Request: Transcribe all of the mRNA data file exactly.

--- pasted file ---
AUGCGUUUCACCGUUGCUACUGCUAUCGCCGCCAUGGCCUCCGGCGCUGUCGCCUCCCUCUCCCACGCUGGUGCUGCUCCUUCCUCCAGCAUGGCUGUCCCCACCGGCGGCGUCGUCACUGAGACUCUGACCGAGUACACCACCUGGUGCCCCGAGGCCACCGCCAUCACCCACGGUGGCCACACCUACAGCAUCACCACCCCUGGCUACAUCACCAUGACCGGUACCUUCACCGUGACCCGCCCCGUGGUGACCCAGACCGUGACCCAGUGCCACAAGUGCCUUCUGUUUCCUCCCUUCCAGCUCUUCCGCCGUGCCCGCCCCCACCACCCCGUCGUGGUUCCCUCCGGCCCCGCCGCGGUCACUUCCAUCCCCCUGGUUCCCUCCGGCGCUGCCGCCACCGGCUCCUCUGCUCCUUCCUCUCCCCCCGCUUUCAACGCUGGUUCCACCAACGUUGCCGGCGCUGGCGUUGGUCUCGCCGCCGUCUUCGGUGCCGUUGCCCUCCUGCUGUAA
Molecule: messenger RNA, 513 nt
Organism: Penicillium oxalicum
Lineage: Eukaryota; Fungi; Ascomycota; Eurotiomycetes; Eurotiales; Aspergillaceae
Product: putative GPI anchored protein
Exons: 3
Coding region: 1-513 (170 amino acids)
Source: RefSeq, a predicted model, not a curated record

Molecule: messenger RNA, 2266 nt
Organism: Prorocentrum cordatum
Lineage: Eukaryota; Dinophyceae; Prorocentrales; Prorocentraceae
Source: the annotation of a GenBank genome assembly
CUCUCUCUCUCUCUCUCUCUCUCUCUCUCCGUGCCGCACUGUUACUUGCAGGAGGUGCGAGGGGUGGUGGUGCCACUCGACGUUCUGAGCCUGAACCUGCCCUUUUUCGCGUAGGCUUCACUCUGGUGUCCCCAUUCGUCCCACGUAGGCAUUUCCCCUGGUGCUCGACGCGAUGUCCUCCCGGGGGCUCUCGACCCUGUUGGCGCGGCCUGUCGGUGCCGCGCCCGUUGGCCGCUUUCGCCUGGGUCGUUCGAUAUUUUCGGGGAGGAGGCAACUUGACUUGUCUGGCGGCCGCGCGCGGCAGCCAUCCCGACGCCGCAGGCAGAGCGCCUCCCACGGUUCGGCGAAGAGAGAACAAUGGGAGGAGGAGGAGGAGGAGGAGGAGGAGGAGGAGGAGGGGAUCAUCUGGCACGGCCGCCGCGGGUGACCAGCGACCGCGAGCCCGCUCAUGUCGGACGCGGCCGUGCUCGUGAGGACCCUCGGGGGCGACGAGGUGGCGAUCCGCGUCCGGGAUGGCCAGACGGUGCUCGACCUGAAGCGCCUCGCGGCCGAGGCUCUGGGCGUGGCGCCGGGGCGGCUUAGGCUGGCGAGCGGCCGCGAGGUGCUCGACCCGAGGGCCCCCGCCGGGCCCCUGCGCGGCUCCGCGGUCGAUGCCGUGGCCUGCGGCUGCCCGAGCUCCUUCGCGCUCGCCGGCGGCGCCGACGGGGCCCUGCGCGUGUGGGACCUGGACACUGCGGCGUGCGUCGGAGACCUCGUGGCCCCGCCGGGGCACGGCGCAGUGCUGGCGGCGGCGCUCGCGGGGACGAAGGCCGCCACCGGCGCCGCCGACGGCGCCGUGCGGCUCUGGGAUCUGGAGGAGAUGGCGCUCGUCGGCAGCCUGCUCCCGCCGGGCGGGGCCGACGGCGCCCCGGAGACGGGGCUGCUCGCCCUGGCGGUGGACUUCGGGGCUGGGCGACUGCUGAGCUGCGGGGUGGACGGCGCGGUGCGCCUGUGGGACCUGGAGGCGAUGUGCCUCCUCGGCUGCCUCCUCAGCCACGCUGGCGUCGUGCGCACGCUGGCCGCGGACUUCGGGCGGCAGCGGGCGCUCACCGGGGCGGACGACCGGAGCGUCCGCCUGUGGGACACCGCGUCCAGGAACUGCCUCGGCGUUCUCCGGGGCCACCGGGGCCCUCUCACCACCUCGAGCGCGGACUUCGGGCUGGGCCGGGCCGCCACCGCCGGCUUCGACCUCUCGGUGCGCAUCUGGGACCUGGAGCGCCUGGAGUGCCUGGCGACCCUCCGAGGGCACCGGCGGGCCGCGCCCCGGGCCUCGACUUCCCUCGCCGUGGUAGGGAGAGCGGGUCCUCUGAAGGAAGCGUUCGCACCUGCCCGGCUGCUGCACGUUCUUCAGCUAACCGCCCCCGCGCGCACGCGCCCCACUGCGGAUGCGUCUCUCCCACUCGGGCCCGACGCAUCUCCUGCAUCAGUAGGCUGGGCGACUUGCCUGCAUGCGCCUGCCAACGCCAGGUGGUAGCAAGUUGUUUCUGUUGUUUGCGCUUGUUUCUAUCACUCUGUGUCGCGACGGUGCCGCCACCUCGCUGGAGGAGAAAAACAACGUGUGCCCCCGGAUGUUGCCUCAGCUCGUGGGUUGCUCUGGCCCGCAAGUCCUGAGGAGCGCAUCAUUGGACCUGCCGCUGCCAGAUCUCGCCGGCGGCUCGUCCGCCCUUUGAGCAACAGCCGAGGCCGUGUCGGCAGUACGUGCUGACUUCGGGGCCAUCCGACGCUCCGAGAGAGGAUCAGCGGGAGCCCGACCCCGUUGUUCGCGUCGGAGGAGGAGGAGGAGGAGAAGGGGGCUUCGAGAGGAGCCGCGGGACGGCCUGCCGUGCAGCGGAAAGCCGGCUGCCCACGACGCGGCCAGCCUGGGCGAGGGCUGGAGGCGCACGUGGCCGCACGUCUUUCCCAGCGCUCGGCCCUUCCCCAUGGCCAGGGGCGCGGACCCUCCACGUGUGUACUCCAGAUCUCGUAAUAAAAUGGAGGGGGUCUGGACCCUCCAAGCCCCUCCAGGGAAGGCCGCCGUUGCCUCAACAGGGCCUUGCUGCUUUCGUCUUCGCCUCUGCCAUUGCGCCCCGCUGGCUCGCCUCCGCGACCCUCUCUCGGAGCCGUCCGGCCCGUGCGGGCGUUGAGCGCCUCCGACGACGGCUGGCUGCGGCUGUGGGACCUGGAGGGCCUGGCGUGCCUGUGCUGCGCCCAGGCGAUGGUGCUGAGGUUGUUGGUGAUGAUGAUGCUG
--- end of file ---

AUGCGUUUCACCGUUGCUACUGCUAUCGCCGCCAUGGCCUCCGGCGCUGUCGCCUCCCUCUCCCACGCUGGUGCUGCUCCUUCCUCCAGCAUGGCUGUCCCCACCGGCGGCGUCGUCACUGAGACUCUGACCGAGUACACCACCUGGUGCCCCGAGGCCACCGCCAUCACCCACGGUGGCCACACCUACAGCAUCACCACCCCUGGCUACAUCACCAUGACCGGUACCUUCACCGUGACCCGCCCCGUGGUGACCCAGACCGUGACCCAGUGCCACAAGUGCCUUCUGUUUCCUCCCUUCCAGCUCUUCCGCCGUGCCCGCCCCCACCACCCCGUCGUGGUUCCCUCCGGCCCCGCCGCGGUCACUUCCAUCCCCCUGGUUCCCUCCGGCGCUGCCGCCACCGGCUCCUCUGCUCCUUCCUCUCCCCCCGCUUUCAACGCUGGUUCCACCAACGUUGCCGGCGCUGGCGUUGGUCUCGCCGCCGUCUUCGGUGCCGUUGCCCUCCUGCUGUAA
Molecule: messenger RNA, 513 nt
Organism: Penicillium oxalicum
Lineage: Eukaryota; Fungi; Ascomycota; Eurotiomycetes; Eurotiales; Aspergillaceae
Product: putative GPI anchored protein
Exons: 3
Coding region: 1-513 (170 amino acids)
Source: RefSeq, a predicted model, not a curated record

Molecule: messenger RNA, 2266 nt
Organism: Prorocentrum cordatum
Lineage: Eukaryota; Dinophyceae; Prorocentrales; Prorocentraceae
Source: the annotation of a GenBank genome assembly
CUCUCUCUCUCUCUCUCUCUCUCUCUCUCCGUGCCGCACUGUUACUUGCAGGAGGUGCGAGGGGUGGUGGUGCCACUCGACGUUCUGAGCCUGAACCUGCCCUUUUUCGCGUAGGCUUCACUCUGGUGUCCCCAUUCGUCCCACGUAGGCAUUUCCCCUGGUGCUCGACGCGAUGUCCUCCCGGGGGCUCUCGACCCUGUUGGCGCGGCCUGUCGGUGCCGCGCCCGUUGGCCGCUUUCGCCUGGGUCGUUCGAUAUUUUCGGGGAGGAGGCAACUUGACUUGUCUGGCGGCCGCGCGCGGCAGCCAUCCCGACGCCGCAGGCAGAGCGCCUCCCACGGUUCGGCGAAGAGAGAACAAUGGGAGGAGGAGGAGGAGGAGGAGGAGGAGGAGGAGGAGGGGAUCAUCUGGCACGGCCGCCGCGGGUGACCAGCGACCGCGAGCCCGCUCAUGUCGGACGCGGCCGUGCUCGUGAGGACCCUCGGGGGCGACGAGGUGGCGAUCCGCGUCCGGGAUGGCCAGACGGUGCUCGACCUGAAGCGCCUCGCGGCCGAGGCUCUGGGCGUGGCGCCGGGGCGGCUUAGGCUGGCGAGCGGCCGCGAGGUGCUCGACCCGAGGGCCCCCGCCGGGCCCCUGCGCGGCUCCGCGGUCGAUGCCGUGGCCUGCGGCUGCCCGAGCUCCUUCGCGCUCGCCGGCGGCGCCGACGGGGCCCUGCGCGUGUGGGACCUGGACACUGCGGCGUGCGUCGGAGACCUCGUGGCCCCGCCGGGGCACGGCGCAGUGCUGGCGGCGGCGCUCGCGGGGACGAAGGCCGCCACCGGCGCCGCCGACGGCGCCGUGCGGCUCUGGGAUCUGGAGGAGAUGGCGCUCGUCGGCAGCCUGCUCCCGCCGGGCGGGGCCGACGGCGCCCCGGAGACGGGGCUGCUCGCCCUGGCGGUGGACUUCGGGGCUGGGCGACUGCUGAGCUGCGGGGUGGACGGCGCGGUGCGCCUGUGGGACCUGGAGGCGAUGUGCCUCCUCGGCUGCCUCCUCAGCCACGCUGGCGUCGUGCGCACGCUGGCCGCGGACUUCGGGCGGCAGCGGGCGCUCACCGGGGCGGACGACCGGAGCGUCCGCCUGUGGGACACCGCGUCCAGGAACUGCCUCGGCGUUCUCCGGGGCCACCGGGGCCCUCUCACCACCUCGAGCGCGGACUUCGGGCUGGGCCGGGCCGCCACCGCCGGCUUCGACCUCUCGGUGCGCAUCUGGGACCUGGAGCGCCUGGAGUGCCUGGCGACCCUCCGAGGGCACCGGCGGGCCGCGCCCCGGGCCUCGACUUCCCUCGCCGUGGUAGGGAGAGCGGGUCCUCUGAAGGAAGCGUUCGCACCUGCCCGGCUGCUGCACGUUCUUCAGCUAACCGCCCCCGCGCGCACGCGCCCCACUGCGGAUGCGUCUCUCCCACUCGGGCCCGACGCAUCUCCUGCAUCAGUAGGCUGGGCGACUUGCCUGCAUGCGCCUGCCAACGCCAGGUGGUAGCAAGUUGUUUCUGUUGUUUGCGCUUGUUUCUAUCACUCUGUGUCGCGACGGUGCCGCCACCUCGCUGGAGGAGAAAAACAACGUGUGCCCCCGGAUGUUGCCUCAGCUCGUGGGUUGCUCUGGCCCGCAAGUCCUGAGGAGCGCAUCAUUGGACCUGCCGCUGCCAGAUCUCGCCGGCGGCUCGUCCGCCCUUUGAGCAACAGCCGAGGCCGUGUCGGCAGUACGUGCUGACUUCGGGGCCAUCCGACGCUCCGAGAGAGGAUCAGCGGGAGCCCGACCCCGUUGUUCGCGUCGGAGGAGGAGGAGGAGGAGAAGGGGGCUUCGAGAGGAGCCGCGGGACGGCCUGCCGUGCAGCGGAAAGCCGGCUGCCCACGACGCGGCCAGCCUGGGCGAGGGCUGGAGGCGCACGUGGCCGCACGUCUUUCCCAGCGCUCGGCCCUUCCCCAUGGCCAGGGGCGCGGACCCUCCACGUGUGUACUCCAGAUCUCGUAAUAAAAUGGAGGGGGUCUGGACCCUCCAAGCCCCUCCAGGGAAGGCCGCCGUUGCCUCAACAGGGCCUUGCUGCUUUCGUCUUCGCCUCUGCCAUUGCGCCCCGCUGGCUCGCCUCCGCGACCCUCUCUCGGAGCCGUCCGGCCCGUGCGGGCGUUGAGCGCCUCCGACGACGGCUGGCUGCGGCUGUGGGACCUGGAGGGCCUGGCGUGCCUGUGCUGCGCCCAGGCGAUGGUGCUGAGGUUGUUGGUGAUGAUGAUGCUG